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More Resources From the Effective Health Care Program
Research Available on Hepatitis C Screening Effects in Adults
Hepatitis C Virus (HCV) is becoming a greater concern for many populations in the U.S. Although screening strategies for Hepatitis C can accurately identify adults with the disease, more research is needed to understand the effects of targeted screening strategies in adults. The review also noted that evidence remains limited on the effects of knowing one's HCV status on clinical health outcomes in patients diagnosed with HCV. Resources include—
Review Finds More Research is Needed on Benefits and Harms of Routine Preoperative Testing
According to the latest research review from AHRQ, with the exception of cataract surgery, there is a lack of reliable evidence regarding the benefits, harms, and resource utilization associated with routine (defined as testing ordered in the absence of clinical indications) or per protocol preoperative testing for all tests used for all procedures. For patients scheduled for cataract surgery, routine preoperative testing including electrocardiography (ECG), basic metabolic panel (biochemistry), and complete blood count (CBC) has no effect on important clinical outcomes, including total perioperative complications or procedure cancellations. No conclusions could be drawn for other types of surgery regarding routine preoperative testing’s impact on quality of life, satisfaction, resource utilization, or harms of testing, and whether other factors may affect the balance of benefits and harms. Given the large number of patients undergoing elective surgery, there is a clear need to develop better evidence for when routine or per protocol testing improves patient outcomes and reduces potential harms. These findings are available in the research review, Benefits and Harms of Routine Preoperative Testing: A Comparative Effectiveness Review.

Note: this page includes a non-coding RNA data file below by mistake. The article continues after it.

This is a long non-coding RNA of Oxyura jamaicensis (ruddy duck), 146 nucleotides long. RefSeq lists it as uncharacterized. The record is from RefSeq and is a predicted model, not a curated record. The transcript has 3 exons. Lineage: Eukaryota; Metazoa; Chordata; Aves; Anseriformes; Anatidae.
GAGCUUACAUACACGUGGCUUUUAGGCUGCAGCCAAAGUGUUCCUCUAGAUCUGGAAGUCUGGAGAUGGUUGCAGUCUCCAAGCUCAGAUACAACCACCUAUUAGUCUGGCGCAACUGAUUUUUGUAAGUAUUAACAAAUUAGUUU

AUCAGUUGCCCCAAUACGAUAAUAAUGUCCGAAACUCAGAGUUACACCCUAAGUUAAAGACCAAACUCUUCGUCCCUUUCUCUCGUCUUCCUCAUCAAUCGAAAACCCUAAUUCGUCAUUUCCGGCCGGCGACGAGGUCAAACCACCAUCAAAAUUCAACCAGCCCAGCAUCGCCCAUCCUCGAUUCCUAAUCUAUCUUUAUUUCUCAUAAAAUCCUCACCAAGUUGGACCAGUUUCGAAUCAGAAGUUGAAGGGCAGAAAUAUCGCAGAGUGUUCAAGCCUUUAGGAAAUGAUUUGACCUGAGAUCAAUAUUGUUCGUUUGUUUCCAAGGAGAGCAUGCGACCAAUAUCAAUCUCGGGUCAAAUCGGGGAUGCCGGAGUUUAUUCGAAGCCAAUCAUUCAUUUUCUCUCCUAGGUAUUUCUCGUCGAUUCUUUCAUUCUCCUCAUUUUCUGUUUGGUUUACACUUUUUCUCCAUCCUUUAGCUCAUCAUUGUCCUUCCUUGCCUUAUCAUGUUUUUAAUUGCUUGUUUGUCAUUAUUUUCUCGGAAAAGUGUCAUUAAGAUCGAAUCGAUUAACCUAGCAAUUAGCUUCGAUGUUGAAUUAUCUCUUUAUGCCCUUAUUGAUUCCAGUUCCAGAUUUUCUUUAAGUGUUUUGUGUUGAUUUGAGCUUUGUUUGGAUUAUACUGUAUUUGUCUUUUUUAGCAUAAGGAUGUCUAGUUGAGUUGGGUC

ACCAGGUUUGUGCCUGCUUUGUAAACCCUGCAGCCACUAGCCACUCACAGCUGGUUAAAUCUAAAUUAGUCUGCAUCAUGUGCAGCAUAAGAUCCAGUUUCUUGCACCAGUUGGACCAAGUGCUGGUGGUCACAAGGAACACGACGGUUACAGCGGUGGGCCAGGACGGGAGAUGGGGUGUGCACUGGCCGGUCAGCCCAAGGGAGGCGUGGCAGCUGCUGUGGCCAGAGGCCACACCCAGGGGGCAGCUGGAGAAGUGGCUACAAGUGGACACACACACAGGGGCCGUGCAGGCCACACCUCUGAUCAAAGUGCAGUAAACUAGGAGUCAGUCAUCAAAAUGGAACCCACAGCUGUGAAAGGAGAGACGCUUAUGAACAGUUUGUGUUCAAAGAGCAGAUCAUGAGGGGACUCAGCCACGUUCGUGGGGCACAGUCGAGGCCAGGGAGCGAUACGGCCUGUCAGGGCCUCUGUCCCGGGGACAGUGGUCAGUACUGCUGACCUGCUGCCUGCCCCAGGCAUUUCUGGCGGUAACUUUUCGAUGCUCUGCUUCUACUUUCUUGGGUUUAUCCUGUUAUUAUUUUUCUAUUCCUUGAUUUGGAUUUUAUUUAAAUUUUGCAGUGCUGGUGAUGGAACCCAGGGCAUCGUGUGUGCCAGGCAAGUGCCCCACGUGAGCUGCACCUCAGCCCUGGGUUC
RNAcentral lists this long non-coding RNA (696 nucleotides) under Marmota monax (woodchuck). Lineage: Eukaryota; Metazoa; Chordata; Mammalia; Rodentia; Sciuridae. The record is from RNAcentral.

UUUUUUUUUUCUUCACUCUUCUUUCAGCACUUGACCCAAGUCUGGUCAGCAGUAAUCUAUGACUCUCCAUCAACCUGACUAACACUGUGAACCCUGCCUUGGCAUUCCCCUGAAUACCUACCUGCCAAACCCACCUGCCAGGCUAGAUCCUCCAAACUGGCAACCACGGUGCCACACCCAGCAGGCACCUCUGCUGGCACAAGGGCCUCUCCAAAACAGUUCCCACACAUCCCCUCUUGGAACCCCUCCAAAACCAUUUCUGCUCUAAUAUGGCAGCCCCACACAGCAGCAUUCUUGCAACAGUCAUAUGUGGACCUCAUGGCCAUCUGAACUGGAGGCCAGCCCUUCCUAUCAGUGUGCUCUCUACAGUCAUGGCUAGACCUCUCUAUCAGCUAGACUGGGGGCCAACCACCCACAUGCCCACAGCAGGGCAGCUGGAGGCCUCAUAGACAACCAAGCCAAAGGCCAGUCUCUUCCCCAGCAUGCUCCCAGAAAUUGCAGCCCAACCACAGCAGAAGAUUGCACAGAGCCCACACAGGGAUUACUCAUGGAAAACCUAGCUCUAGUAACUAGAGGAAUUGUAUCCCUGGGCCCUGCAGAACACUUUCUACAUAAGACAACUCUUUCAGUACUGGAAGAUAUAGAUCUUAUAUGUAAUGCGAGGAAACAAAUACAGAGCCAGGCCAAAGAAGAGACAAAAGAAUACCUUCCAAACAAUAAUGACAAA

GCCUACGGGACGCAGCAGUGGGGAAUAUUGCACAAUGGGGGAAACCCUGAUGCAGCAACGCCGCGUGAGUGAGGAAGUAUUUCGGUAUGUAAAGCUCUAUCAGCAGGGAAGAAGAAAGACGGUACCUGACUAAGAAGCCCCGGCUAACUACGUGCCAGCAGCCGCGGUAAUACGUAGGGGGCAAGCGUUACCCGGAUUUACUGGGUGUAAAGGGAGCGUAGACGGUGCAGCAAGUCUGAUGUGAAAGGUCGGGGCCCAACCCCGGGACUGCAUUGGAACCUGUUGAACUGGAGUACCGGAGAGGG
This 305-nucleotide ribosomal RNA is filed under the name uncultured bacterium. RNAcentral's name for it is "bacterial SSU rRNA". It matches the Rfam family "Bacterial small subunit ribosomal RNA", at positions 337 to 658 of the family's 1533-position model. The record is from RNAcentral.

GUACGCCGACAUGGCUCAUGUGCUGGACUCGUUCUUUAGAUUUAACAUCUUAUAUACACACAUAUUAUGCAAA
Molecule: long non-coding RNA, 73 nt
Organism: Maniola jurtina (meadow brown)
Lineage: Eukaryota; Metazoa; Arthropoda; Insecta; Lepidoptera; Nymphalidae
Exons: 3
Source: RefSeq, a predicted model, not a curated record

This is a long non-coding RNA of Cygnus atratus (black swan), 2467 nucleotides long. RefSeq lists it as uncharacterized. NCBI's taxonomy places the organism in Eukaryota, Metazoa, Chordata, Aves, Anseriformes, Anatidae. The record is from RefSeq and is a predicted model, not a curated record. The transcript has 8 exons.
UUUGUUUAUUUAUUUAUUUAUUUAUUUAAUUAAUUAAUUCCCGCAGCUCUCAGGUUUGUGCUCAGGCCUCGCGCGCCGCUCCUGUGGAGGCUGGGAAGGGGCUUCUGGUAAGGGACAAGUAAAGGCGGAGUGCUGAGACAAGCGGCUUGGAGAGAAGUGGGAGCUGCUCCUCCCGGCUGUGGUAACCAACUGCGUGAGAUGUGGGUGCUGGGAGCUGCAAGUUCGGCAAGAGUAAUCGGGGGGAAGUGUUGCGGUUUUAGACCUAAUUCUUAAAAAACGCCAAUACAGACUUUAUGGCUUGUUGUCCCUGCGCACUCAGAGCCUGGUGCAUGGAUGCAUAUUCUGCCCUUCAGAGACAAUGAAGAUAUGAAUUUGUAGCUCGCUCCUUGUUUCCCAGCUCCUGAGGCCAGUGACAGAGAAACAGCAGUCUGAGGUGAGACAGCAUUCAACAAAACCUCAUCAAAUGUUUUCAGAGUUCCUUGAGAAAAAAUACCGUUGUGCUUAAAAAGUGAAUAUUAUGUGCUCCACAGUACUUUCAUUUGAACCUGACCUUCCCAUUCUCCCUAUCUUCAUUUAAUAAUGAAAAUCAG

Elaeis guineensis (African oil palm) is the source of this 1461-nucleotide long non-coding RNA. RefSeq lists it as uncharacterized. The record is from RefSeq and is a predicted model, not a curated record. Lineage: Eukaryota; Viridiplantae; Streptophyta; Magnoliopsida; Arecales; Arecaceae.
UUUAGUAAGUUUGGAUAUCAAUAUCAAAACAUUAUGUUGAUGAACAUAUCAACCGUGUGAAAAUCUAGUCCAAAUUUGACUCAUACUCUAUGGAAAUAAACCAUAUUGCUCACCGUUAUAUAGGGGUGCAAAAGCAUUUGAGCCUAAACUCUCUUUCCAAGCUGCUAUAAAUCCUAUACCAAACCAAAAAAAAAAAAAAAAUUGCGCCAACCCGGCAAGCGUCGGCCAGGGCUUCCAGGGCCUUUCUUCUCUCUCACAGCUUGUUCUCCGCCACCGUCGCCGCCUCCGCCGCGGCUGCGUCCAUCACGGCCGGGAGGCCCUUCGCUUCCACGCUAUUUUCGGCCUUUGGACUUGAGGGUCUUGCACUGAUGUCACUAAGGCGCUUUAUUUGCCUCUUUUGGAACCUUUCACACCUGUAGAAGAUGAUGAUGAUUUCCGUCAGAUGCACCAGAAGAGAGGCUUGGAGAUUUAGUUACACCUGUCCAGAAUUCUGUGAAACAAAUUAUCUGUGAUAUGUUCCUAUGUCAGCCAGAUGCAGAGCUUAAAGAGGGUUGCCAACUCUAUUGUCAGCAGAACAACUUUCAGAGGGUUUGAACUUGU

Review Finds Combination of Statin Therapy Lowered LDL Better Than Statin Monotherapy, but Effect on Clinical Outcome Still Unknown
A research review from AHRQ finds that to reduce abnormal lipoprotein levels and prevent coronary heart disease, a combination of statin with ezetimibe or bile acid sequestrant lowered low-density lipoprotein (LDL-c) better than intensification of statin monotherapy. However, evidence for clinical outcomes (mortality, acute coronary events, and revascularization procedures) was insufficient across all potency comparisons for all combination therapy regimens. More research, particularly in high-risk coronary heart disease populations and populations with greater burden of cardiovascular disease, is needed to evaluate long-term clinical benefits and harms. These findings are available in the comparative effectiveness review, Combination Therapy Versus Intensification of Statin Monotherapy: An Updated Systematic Review.